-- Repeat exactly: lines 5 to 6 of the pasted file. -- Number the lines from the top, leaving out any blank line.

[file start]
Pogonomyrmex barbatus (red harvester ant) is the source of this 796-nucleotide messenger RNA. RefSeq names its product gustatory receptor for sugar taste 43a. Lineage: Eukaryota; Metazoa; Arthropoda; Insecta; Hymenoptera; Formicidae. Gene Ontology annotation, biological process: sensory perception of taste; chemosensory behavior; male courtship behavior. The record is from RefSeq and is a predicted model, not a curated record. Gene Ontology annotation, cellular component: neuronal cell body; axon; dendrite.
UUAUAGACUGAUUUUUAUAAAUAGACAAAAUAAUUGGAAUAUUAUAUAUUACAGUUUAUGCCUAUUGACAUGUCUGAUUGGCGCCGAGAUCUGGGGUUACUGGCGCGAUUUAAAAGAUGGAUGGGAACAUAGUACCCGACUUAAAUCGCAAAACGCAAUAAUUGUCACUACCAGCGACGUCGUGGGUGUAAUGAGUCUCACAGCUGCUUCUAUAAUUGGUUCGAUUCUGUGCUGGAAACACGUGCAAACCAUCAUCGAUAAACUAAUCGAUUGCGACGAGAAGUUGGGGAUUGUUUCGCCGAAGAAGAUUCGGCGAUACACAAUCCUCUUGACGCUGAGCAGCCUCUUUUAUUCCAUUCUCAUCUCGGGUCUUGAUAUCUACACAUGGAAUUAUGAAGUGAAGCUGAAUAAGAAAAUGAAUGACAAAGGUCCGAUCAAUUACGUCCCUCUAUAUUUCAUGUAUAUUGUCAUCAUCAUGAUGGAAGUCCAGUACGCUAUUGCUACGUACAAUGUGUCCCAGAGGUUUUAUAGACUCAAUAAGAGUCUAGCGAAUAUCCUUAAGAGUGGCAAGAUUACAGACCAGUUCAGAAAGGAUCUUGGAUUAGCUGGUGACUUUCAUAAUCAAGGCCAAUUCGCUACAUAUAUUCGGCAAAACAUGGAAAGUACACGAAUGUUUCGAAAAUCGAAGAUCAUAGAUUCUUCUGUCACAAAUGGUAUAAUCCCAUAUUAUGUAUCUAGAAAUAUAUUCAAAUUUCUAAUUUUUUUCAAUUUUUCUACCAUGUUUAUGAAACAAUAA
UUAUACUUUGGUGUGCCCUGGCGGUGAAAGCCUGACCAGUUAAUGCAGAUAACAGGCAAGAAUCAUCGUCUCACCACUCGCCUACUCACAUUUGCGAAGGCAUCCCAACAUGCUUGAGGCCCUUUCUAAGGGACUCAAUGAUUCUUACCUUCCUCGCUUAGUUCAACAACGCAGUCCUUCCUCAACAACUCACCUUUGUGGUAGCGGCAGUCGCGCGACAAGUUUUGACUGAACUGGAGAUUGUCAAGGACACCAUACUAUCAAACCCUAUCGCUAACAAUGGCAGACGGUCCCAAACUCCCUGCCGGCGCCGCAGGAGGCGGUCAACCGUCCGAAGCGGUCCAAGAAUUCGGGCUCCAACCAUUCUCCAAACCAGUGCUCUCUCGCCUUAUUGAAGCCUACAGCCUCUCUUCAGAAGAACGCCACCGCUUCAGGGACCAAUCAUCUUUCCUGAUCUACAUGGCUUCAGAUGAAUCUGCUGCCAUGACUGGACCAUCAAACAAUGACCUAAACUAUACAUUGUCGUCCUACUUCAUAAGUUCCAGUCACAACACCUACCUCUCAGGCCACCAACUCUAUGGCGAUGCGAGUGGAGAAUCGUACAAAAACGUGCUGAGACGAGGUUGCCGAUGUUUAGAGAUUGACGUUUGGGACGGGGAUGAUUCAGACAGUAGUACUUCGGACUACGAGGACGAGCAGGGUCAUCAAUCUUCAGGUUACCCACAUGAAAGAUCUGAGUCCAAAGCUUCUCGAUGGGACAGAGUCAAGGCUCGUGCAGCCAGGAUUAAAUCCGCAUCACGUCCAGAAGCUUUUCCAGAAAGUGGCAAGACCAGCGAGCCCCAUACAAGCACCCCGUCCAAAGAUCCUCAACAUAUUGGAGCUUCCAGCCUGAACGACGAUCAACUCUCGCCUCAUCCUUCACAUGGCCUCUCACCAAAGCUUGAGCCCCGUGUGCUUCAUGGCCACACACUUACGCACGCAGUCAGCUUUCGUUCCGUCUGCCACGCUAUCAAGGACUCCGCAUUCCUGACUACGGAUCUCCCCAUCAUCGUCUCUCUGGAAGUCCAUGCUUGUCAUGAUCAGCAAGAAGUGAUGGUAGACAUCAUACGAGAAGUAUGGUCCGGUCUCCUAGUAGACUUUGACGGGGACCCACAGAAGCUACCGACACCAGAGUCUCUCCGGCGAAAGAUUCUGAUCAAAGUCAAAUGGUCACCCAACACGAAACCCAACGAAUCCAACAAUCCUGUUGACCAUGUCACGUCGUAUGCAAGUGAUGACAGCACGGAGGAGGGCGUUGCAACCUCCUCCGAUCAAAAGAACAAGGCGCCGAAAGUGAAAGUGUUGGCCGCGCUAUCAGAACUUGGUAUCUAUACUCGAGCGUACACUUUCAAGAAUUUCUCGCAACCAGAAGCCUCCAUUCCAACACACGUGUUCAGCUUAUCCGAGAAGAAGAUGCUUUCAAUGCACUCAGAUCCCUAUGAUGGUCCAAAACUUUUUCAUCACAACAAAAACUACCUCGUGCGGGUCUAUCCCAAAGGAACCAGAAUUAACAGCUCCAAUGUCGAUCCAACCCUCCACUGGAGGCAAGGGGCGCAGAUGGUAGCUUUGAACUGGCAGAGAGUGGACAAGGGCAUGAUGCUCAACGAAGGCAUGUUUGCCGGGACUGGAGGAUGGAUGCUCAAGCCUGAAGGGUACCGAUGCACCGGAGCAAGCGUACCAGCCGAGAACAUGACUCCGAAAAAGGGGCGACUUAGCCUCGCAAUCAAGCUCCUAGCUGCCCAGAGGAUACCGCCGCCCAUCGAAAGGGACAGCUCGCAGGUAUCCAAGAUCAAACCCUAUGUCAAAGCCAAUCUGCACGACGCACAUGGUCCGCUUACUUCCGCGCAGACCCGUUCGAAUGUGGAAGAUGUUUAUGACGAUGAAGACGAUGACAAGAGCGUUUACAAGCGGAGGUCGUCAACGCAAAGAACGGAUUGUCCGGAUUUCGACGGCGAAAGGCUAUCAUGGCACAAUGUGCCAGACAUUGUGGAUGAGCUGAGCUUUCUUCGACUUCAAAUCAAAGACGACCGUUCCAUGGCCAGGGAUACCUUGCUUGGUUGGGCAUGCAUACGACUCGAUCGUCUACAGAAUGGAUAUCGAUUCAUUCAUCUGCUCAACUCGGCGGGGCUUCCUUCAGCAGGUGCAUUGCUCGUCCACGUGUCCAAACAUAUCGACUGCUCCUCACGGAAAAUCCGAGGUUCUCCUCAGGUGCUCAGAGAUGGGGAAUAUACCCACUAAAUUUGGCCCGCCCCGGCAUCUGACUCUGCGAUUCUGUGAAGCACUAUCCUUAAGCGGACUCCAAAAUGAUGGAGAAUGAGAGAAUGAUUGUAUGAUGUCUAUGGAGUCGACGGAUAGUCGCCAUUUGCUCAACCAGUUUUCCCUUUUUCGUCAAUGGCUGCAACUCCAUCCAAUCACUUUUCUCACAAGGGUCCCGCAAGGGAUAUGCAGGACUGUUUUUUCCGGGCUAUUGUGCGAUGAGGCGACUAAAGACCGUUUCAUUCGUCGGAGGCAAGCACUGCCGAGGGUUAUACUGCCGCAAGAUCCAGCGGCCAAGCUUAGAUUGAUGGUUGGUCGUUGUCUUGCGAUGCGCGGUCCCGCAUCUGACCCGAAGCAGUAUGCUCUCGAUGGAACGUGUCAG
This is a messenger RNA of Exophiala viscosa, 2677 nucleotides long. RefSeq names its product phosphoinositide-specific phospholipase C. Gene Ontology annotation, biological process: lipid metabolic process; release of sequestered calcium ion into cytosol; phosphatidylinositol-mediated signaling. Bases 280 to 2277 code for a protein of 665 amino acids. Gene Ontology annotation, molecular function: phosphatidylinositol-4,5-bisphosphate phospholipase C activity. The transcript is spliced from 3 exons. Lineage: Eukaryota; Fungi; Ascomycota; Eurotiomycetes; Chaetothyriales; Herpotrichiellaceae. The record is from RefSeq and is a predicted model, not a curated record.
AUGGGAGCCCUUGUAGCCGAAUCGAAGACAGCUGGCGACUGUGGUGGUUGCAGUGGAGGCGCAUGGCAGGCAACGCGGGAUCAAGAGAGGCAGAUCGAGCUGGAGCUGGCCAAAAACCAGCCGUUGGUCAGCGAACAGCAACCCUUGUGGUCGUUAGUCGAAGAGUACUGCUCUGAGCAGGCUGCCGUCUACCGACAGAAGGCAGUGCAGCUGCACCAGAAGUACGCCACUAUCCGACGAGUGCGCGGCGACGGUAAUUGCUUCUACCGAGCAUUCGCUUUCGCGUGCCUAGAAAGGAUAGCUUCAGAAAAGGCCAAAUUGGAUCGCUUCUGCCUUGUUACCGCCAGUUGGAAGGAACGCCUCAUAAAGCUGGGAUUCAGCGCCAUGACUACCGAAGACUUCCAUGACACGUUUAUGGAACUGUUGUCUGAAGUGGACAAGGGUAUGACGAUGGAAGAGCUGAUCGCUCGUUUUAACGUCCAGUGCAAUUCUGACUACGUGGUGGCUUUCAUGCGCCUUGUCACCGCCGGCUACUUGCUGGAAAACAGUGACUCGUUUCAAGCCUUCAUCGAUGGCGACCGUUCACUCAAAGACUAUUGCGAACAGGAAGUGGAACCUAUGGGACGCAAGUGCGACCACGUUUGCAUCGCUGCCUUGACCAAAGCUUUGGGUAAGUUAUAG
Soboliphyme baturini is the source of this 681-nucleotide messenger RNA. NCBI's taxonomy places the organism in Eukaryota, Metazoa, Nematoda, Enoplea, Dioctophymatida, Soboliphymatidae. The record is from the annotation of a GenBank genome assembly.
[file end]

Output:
AUGGGAGCCCUUGUAGCCGAAUCGAAGACAGCUGGCGACUGUGGUGGUUGCAGUGGAGGCGCAUGGCAGGCAACGCGGGAUCAAGAGAGGCAGAUCGAGCUGGAGCUGGCCAAAAACCAGCCGUUGGUCAGCGAACAGCAACCCUUGUGGUCGUUAGUCGAAGAGUACUGCUCUGAGCAGGCUGCCGUCUACCGACAGAAGGCAGUGCAGCUGCACCAGAAGUACGCCACUAUCCGACGAGUGCGCGGCGACGGUAAUUGCUUCUACCGAGCAUUCGCUUUCGCGUGCCUAGAAAGGAUAGCUUCAGAAAAGGCCAAAUUGGAUCGCUUCUGCCUUGUUACCGCCAGUUGGAAGGAACGCCUCAUAAAGCUGGGAUUCAGCGCCAUGACUACCGAAGACUUCCAUGACACGUUUAUGGAACUGUUGUCUGAAGUGGACAAGGGUAUGACGAUGGAAGAGCUGAUCGCUCGUUUUAACGUCCAGUGCAAUUCUGACUACGUGGUGGCUUUCAUGCGCCUUGUCACCGCCGGCUACUUGCUGGAAAACAGUGACUCGUUUCAAGCCUUCAUCGAUGGCGACCGUUCACUCAAAGACUAUUGCGAACAGGAAGUGGAACCUAUGGGACGCAAGUGCGACCACGUUUGCAUCGCUGCCUUGACCAAAGCUUUGGGUAAGUUAUAG
Soboliphyme baturini is the source of this 681-nucleotide messenger RNA. NCBI's taxonomy places the organism in Eukaryota, Metazoa, Nematoda, Enoplea, Dioctophymatida, Soboliphymatidae. The record is from the annotation of a GenBank genome assembly.